“See here, Brown. I think I get you and I believe you’ve got wit enough to get Uncle Hooper. Did he say anything to you as you came out about being shy on this radio business?”
“Say, he don’t believe it’s any more possible than a horse car can turn into a buzzard! Fact! He told me you fellows might fool him on a lot of things and that you were awful smart for kids, but he’d be hanged for a quarter of beef if you could make him swallow this bunk about talking through the air. You know the way he talks.”
“I think he can and will be convinced,” said Bill, “and you can’t blame him for his notion, for he has never chanced to inquire about radio and I expect he doesn’t read that department in the paper. If he meets a plain statement about radio broadcasting or receiving, it either makes no impression on him, or he regards it as a sort of joke. But, anyway, what of it?”
“Why, just this and you ought to catch on to it without being told: Unk’s a stubborn old rat and he hasn’t really a grain of sense, in spite of all the money he made. All you’ve got to do is to egg him on as if you thought it might be a little uncertain and then sort o’ dare to make a big bet with him. I’ll get busy and tell him that this radio business is the biggest kind of an expert job and that you fellows are blamed doubtful about it. Then, when you get your set working and let Unk listen in, he’ll pay up and we’ll divide the money. See? Easy as pie. Or we might work it another way: I’ll make the bet with him and you fellows let on to fall down. Or we might—”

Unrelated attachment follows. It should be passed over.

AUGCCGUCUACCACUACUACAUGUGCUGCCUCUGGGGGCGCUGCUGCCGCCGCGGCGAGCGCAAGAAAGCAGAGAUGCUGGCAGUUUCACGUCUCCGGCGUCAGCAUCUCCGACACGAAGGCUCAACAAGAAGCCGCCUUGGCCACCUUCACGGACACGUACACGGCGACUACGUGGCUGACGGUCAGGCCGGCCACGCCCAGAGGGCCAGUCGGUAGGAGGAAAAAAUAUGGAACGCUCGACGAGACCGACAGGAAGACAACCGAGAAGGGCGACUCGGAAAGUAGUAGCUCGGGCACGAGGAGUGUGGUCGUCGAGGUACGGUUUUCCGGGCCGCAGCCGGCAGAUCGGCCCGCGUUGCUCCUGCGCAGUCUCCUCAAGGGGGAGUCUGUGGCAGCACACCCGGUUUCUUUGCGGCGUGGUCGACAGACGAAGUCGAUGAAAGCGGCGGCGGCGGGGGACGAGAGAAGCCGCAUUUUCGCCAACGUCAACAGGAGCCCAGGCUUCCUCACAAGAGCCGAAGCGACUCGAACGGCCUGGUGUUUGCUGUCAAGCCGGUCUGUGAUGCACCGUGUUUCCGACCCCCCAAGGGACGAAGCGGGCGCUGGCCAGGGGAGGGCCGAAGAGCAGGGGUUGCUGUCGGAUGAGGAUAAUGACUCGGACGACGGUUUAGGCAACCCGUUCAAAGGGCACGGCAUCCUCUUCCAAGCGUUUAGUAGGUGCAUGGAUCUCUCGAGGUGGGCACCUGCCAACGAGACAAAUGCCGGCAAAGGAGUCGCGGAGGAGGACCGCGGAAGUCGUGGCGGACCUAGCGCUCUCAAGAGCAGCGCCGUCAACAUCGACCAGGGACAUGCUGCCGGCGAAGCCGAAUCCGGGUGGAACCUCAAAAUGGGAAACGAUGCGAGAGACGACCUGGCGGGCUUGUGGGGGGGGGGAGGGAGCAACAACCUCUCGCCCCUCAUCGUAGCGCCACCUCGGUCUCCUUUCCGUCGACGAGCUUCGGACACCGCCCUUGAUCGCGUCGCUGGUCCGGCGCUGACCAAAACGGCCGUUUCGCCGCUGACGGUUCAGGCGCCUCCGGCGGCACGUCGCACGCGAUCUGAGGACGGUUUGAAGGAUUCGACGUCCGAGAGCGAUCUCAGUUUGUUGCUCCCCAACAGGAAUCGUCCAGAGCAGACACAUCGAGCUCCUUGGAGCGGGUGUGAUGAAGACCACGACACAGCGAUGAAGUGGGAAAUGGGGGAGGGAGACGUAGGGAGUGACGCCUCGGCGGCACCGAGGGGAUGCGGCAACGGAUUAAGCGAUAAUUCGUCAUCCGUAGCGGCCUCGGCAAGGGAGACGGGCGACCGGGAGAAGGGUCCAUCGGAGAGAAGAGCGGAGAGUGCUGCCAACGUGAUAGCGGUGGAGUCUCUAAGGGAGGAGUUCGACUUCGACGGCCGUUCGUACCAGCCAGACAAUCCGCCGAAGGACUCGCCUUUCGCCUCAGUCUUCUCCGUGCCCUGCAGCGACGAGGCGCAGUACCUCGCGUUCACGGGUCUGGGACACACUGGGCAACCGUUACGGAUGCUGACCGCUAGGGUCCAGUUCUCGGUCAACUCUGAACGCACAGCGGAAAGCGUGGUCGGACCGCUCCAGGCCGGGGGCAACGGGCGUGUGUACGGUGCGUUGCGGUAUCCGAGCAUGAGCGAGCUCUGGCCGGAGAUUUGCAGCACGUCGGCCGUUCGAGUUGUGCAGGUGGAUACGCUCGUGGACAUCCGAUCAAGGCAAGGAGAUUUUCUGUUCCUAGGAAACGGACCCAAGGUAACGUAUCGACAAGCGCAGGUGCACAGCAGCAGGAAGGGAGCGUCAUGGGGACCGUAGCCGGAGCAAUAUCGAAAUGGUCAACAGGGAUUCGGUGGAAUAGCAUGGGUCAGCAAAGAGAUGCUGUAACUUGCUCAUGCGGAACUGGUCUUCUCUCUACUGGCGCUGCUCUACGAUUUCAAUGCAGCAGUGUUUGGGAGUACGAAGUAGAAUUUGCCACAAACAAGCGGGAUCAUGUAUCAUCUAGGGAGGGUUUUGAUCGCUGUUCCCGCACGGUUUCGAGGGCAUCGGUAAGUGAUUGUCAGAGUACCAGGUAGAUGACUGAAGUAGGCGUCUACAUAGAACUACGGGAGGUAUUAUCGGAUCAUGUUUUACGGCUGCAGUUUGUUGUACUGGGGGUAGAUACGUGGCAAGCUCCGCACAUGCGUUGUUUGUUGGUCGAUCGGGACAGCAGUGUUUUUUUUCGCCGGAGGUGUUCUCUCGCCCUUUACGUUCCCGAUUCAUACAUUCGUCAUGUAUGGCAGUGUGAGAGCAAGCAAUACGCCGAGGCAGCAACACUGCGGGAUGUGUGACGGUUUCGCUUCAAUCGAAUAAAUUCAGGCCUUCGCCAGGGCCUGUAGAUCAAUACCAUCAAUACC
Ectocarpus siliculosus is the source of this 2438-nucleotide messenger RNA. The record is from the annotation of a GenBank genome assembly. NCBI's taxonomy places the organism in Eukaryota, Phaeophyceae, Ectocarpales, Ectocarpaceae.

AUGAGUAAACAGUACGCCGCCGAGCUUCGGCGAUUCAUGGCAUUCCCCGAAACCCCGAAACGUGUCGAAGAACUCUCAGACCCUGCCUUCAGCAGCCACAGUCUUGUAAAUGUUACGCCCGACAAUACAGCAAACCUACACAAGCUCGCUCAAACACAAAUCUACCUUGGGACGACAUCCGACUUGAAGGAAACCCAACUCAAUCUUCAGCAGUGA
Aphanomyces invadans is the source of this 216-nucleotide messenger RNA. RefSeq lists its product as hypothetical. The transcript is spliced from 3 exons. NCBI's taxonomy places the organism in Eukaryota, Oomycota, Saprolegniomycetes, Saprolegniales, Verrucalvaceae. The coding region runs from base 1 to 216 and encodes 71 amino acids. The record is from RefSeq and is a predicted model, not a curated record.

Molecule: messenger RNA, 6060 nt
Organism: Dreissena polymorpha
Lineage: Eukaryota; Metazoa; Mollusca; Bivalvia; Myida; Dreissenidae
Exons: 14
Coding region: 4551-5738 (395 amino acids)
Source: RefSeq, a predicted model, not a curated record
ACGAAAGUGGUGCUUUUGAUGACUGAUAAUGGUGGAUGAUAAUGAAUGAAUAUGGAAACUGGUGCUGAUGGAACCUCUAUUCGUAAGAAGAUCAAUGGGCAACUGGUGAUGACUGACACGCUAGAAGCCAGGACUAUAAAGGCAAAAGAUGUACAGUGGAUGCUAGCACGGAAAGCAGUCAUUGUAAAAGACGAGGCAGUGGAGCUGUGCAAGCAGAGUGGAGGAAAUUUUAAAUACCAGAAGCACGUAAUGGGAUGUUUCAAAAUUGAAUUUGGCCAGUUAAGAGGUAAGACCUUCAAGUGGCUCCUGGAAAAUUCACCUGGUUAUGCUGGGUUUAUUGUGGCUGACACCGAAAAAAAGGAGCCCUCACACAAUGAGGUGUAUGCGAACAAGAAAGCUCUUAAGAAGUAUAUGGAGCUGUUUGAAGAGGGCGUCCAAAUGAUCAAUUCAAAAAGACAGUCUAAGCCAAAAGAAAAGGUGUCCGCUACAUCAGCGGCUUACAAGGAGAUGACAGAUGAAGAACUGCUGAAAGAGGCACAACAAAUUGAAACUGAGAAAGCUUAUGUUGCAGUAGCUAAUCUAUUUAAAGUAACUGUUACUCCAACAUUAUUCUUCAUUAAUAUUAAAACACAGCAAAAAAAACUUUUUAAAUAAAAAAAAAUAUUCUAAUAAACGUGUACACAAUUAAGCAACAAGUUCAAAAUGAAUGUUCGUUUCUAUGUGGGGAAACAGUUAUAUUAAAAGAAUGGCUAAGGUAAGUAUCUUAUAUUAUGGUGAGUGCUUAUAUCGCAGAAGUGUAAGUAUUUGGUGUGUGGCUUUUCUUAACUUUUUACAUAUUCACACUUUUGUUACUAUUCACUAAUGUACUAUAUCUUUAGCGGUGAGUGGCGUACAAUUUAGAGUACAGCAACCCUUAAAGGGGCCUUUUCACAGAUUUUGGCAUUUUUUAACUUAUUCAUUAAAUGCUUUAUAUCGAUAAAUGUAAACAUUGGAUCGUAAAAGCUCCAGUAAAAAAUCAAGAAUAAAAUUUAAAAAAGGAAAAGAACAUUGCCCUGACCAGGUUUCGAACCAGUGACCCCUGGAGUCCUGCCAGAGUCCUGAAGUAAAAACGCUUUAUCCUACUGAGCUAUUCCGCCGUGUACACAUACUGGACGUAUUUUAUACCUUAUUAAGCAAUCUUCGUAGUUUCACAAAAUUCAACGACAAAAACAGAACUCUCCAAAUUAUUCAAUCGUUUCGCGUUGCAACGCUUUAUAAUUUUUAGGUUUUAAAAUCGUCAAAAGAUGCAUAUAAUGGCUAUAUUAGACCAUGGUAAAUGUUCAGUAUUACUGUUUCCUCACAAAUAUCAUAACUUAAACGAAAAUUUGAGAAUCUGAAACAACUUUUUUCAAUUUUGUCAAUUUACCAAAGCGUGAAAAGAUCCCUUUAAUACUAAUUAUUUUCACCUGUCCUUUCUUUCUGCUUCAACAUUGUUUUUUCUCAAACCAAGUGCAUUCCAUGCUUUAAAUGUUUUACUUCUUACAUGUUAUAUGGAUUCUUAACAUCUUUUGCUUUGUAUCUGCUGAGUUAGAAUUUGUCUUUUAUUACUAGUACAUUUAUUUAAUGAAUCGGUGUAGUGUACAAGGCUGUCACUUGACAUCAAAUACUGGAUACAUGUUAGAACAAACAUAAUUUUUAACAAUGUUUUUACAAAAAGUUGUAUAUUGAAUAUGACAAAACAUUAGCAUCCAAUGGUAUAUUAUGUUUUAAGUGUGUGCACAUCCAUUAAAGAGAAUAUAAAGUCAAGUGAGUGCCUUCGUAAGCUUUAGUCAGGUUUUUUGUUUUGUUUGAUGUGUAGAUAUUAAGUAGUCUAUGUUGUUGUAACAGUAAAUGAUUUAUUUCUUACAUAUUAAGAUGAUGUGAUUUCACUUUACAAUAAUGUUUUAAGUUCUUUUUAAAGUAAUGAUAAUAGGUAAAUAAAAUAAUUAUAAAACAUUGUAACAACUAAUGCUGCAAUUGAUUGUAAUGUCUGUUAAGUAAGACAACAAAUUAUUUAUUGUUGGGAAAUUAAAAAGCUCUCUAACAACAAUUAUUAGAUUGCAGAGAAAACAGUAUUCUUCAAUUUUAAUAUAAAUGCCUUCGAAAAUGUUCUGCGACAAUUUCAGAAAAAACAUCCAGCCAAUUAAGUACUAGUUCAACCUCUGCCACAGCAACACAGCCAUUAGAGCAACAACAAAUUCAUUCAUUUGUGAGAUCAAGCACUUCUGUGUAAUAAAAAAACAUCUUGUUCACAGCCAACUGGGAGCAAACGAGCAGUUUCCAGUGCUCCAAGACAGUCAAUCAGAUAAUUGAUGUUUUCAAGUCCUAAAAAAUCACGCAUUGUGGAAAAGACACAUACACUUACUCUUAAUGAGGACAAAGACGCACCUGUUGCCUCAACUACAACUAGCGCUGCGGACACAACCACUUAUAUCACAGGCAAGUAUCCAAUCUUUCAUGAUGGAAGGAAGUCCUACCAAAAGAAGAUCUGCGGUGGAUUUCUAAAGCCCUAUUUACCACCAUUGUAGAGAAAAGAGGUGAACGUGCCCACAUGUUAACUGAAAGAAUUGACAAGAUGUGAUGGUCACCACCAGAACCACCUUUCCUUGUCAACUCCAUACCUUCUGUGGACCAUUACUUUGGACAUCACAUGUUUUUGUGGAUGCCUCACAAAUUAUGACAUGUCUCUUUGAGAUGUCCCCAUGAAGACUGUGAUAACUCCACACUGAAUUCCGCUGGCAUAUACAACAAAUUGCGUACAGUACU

“Well, I’ve listened to your schemes,” said Bill, “and I’m going to say this about them: I think you are the dirtiest, meanest skunk I ever ran across. You—”
“Say, now, what’s the matter?”
“You’re a guest under your uncle’s roof; eating his grub, accepting his hospitality, pretending to be his friend—”
“Aw, cut that out, now! You needn’t let on you’re so awful fine.”
“And then deliberately trying to hatch a scheme to rob him! Of all the rotten, contemptible—” Unable to voice his righteous indignation, Bill clenched his fist and struck Thad square in the eye.
Thad had risen and was standing in front of Bill, trembling with rage as impotent as though he were little and lame, leaning, like Bill, on the crutch a less valiant cripple would have used instead of his bare fist.
With a look of fiendish hatred, instead of returning blow for blow, Thad made a sudden grab and tore Bill’s crutch out of the hand which had felt no impulse to use it in defense against his able-bodied antagonist.
“Now, you blow to Uncle and I’ll break this crutch!”
Strange, isn’t it, how we often are reminded of funny things even in the midst of danger? Bill, a cripple and unable to move about with the agility needed to fend off a cowardly attack by this miserable piker, showed the stuff he was made of when he burst out laughing, for he was reminded by this threat of that old yarn about a softy’s threatening to break the umbrella of his rival found in the vestibule of his girl’s house, then going out and praying for rain!